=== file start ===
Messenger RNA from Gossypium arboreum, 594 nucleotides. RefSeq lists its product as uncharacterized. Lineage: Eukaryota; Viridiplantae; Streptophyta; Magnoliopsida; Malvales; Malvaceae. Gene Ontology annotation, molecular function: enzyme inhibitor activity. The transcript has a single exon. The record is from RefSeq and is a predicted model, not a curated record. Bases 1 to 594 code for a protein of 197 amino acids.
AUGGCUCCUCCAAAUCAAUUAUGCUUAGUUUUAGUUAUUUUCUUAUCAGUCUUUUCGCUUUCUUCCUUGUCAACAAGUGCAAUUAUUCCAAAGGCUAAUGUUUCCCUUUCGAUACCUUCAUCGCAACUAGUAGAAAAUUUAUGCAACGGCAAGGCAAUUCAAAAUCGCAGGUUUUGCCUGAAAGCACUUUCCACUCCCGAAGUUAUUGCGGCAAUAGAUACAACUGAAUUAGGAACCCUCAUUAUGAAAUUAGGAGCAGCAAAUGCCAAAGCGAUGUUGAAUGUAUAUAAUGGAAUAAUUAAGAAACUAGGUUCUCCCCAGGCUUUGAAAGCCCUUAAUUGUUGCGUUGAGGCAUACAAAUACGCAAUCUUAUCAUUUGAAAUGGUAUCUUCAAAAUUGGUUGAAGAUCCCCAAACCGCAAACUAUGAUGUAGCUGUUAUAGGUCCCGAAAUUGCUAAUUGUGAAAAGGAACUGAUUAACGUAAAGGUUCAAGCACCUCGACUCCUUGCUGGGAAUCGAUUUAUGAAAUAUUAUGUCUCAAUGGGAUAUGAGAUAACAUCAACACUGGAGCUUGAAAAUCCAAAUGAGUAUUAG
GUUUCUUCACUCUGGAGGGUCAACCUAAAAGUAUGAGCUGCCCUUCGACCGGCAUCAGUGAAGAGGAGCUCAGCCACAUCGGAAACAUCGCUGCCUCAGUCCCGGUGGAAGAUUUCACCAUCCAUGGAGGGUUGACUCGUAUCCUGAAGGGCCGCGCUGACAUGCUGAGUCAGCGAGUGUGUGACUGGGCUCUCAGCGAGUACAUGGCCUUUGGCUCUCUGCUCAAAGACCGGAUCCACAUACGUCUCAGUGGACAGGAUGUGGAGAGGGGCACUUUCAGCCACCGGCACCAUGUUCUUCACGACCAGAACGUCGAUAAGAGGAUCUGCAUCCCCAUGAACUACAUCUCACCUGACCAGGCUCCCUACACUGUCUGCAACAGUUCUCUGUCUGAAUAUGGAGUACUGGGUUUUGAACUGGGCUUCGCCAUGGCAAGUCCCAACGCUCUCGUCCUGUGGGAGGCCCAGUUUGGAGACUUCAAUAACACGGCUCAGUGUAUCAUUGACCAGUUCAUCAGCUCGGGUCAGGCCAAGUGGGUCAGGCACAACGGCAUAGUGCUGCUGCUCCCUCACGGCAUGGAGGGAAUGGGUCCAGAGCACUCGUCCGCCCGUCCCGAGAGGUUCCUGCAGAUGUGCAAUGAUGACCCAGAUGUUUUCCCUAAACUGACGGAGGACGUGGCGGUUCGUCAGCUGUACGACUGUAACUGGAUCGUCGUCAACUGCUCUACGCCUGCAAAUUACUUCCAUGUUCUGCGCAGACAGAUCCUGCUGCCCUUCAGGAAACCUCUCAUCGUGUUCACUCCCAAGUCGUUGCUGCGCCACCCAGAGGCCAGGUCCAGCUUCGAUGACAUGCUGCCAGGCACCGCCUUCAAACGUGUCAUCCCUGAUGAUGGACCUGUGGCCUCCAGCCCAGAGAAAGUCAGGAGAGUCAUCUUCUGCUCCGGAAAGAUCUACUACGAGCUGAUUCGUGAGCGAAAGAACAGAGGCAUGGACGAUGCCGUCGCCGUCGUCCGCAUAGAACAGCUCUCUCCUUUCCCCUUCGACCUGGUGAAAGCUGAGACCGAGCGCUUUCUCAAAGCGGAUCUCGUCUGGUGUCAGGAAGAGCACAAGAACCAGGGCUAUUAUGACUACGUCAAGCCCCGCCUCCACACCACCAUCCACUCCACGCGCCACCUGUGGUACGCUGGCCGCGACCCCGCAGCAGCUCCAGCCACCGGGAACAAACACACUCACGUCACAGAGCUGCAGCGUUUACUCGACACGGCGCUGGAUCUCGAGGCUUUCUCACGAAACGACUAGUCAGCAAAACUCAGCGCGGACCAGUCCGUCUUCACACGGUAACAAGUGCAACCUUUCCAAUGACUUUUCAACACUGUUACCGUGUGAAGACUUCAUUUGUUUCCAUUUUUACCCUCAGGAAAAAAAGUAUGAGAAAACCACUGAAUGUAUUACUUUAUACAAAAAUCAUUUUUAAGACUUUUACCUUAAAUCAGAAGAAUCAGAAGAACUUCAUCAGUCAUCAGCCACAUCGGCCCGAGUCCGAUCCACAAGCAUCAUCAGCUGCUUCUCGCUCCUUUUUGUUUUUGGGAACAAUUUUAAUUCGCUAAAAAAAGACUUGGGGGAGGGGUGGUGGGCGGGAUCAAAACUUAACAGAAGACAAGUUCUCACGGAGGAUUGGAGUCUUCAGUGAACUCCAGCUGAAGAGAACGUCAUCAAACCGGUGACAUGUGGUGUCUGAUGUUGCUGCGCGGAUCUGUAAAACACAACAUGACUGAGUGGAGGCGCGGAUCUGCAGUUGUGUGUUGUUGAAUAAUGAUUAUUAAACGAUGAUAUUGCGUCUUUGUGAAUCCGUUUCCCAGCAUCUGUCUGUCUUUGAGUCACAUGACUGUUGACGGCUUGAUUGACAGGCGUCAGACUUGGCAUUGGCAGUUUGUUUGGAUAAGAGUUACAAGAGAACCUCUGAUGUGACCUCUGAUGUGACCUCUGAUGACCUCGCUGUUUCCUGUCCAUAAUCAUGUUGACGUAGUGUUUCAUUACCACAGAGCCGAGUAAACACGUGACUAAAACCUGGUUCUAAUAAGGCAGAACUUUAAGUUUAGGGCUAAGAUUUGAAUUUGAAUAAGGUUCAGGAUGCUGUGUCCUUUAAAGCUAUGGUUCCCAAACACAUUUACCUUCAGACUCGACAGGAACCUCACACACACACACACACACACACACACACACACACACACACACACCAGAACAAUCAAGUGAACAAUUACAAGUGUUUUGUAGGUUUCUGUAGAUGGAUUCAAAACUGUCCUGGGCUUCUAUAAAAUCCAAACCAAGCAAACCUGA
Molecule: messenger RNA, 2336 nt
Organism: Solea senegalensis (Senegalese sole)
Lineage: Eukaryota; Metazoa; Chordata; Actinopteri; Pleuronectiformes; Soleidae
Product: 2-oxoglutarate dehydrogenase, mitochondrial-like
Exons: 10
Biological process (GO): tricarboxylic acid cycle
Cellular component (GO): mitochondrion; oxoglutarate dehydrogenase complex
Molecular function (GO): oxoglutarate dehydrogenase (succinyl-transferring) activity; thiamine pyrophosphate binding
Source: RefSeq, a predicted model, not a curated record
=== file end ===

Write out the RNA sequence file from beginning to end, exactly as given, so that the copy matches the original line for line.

Messenger RNA from Gossypium arboreum, 594 nucleotides. RefSeq lists its product as uncharacterized. Lineage: Eukaryota; Viridiplantae; Streptophyta; Magnoliopsida; Malvales; Malvaceae. Gene Ontology annotation, molecular function: enzyme inhibitor activity. The transcript has a single exon. The record is from RefSeq and is a predicted model, not a curated record. Bases 1 to 594 code for a protein of 197 amino acids.
AUGGCUCCUCCAAAUCAAUUAUGCUUAGUUUUAGUUAUUUUCUUAUCAGUCUUUUCGCUUUCUUCCUUGUCAACAAGUGCAAUUAUUCCAAAGGCUAAUGUUUCCCUUUCGAUACCUUCAUCGCAACUAGUAGAAAAUUUAUGCAACGGCAAGGCAAUUCAAAAUCGCAGGUUUUGCCUGAAAGCACUUUCCACUCCCGAAGUUAUUGCGGCAAUAGAUACAACUGAAUUAGGAACCCUCAUUAUGAAAUUAGGAGCAGCAAAUGCCAAAGCGAUGUUGAAUGUAUAUAAUGGAAUAAUUAAGAAACUAGGUUCUCCCCAGGCUUUGAAAGCCCUUAAUUGUUGCGUUGAGGCAUACAAAUACGCAAUCUUAUCAUUUGAAAUGGUAUCUUCAAAAUUGGUUGAAGAUCCCCAAACCGCAAACUAUGAUGUAGCUGUUAUAGGUCCCGAAAUUGCUAAUUGUGAAAAGGAACUGAUUAACGUAAAGGUUCAAGCACCUCGACUCCUUGCUGGGAAUCGAUUUAUGAAAUAUUAUGUCUCAAUGGGAUAUGAGAUAACAUCAACACUGGAGCUUGAAAAUCCAAAUGAGUAUUAG
GUUUCUUCACUCUGGAGGGUCAACCUAAAAGUAUGAGCUGCCCUUCGACCGGCAUCAGUGAAGAGGAGCUCAGCCACAUCGGAAACAUCGCUGCCUCAGUCCCGGUGGAAGAUUUCACCAUCCAUGGAGGGUUGACUCGUAUCCUGAAGGGCCGCGCUGACAUGCUGAGUCAGCGAGUGUGUGACUGGGCUCUCAGCGAGUACAUGGCCUUUGGCUCUCUGCUCAAAGACCGGAUCCACAUACGUCUCAGUGGACAGGAUGUGGAGAGGGGCACUUUCAGCCACCGGCACCAUGUUCUUCACGACCAGAACGUCGAUAAGAGGAUCUGCAUCCCCAUGAACUACAUCUCACCUGACCAGGCUCCCUACACUGUCUGCAACAGUUCUCUGUCUGAAUAUGGAGUACUGGGUUUUGAACUGGGCUUCGCCAUGGCAAGUCCCAACGCUCUCGUCCUGUGGGAGGCCCAGUUUGGAGACUUCAAUAACACGGCUCAGUGUAUCAUUGACCAGUUCAUCAGCUCGGGUCAGGCCAAGUGGGUCAGGCACAACGGCAUAGUGCUGCUGCUCCCUCACGGCAUGGAGGGAAUGGGUCCAGAGCACUCGUCCGCCCGUCCCGAGAGGUUCCUGCAGAUGUGCAAUGAUGACCCAGAUGUUUUCCCUAAACUGACGGAGGACGUGGCGGUUCGUCAGCUGUACGACUGUAACUGGAUCGUCGUCAACUGCUCUACGCCUGCAAAUUACUUCCAUGUUCUGCGCAGACAGAUCCUGCUGCCCUUCAGGAAACCUCUCAUCGUGUUCACUCCCAAGUCGUUGCUGCGCCACCCAGAGGCCAGGUCCAGCUUCGAUGACAUGCUGCCAGGCACCGCCUUCAAACGUGUCAUCCCUGAUGAUGGACCUGUGGCCUCCAGCCCAGAGAAAGUCAGGAGAGUCAUCUUCUGCUCCGGAAAGAUCUACUACGAGCUGAUUCGUGAGCGAAAGAACAGAGGCAUGGACGAUGCCGUCGCCGUCGUCCGCAUAGAACAGCUCUCUCCUUUCCCCUUCGACCUGGUGAAAGCUGAGACCGAGCGCUUUCUCAAAGCGGAUCUCGUCUGGUGUCAGGAAGAGCACAAGAACCAGGGCUAUUAUGACUACGUCAAGCCCCGCCUCCACACCACCAUCCACUCCACGCGCCACCUGUGGUACGCUGGCCGCGACCCCGCAGCAGCUCCAGCCACCGGGAACAAACACACUCACGUCACAGAGCUGCAGCGUUUACUCGACACGGCGCUGGAUCUCGAGGCUUUCUCACGAAACGACUAGUCAGCAAAACUCAGCGCGGACCAGUCCGUCUUCACACGGUAACAAGUGCAACCUUUCCAAUGACUUUUCAACACUGUUACCGUGUGAAGACUUCAUUUGUUUCCAUUUUUACCCUCAGGAAAAAAAGUAUGAGAAAACCACUGAAUGUAUUACUUUAUACAAAAAUCAUUUUUAAGACUUUUACCUUAAAUCAGAAGAAUCAGAAGAACUUCAUCAGUCAUCAGCCACAUCGGCCCGAGUCCGAUCCACAAGCAUCAUCAGCUGCUUCUCGCUCCUUUUUGUUUUUGGGAACAAUUUUAAUUCGCUAAAAAAAGACUUGGGGGAGGGGUGGUGGGCGGGAUCAAAACUUAACAGAAGACAAGUUCUCACGGAGGAUUGGAGUCUUCAGUGAACUCCAGCUGAAGAGAACGUCAUCAAACCGGUGACAUGUGGUGUCUGAUGUUGCUGCGCGGAUCUGUAAAACACAACAUGACUGAGUGGAGGCGCGGAUCUGCAGUUGUGUGUUGUUGAAUAAUGAUUAUUAAACGAUGAUAUUGCGUCUUUGUGAAUCCGUUUCCCAGCAUCUGUCUGUCUUUGAGUCACAUGACUGUUGACGGCUUGAUUGACAGGCGUCAGACUUGGCAUUGGCAGUUUGUUUGGAUAAGAGUUACAAGAGAACCUCUGAUGUGACCUCUGAUGUGACCUCUGAUGACCUCGCUGUUUCCUGUCCAUAAUCAUGUUGACGUAGUGUUUCAUUACCACAGAGCCGAGUAAACACGUGACUAAAACCUGGUUCUAAUAAGGCAGAACUUUAAGUUUAGGGCUAAGAUUUGAAUUUGAAUAAGGUUCAGGAUGCUGUGUCCUUUAAAGCUAUGGUUCCCAAACACAUUUACCUUCAGACUCGACAGGAACCUCACACACACACACACACACACACACACACACACACACACACACACCAGAACAAUCAAGUGAACAAUUACAAGUGUUUUGUAGGUUUCUGUAGAUGGAUUCAAAACUGUCCUGGGCUUCUAUAAAAUCCAAACCAAGCAAACCUGA
Molecule: messenger RNA, 2336 nt
Organism: Solea senegalensis (Senegalese sole)
Lineage: Eukaryota; Metazoa; Chordata; Actinopteri; Pleuronectiformes; Soleidae
Product: 2-oxoglutarate dehydrogenase, mitochondrial-like
Exons: 10
Biological process (GO): tricarboxylic acid cycle
Cellular component (GO): mitochondrion; oxoglutarate dehydrogenase complex
Molecular function (GO): oxoglutarate dehydrogenase (succinyl-transferring) activity; thiamine pyrophosphate binding
Source: RefSeq, a predicted model, not a curated record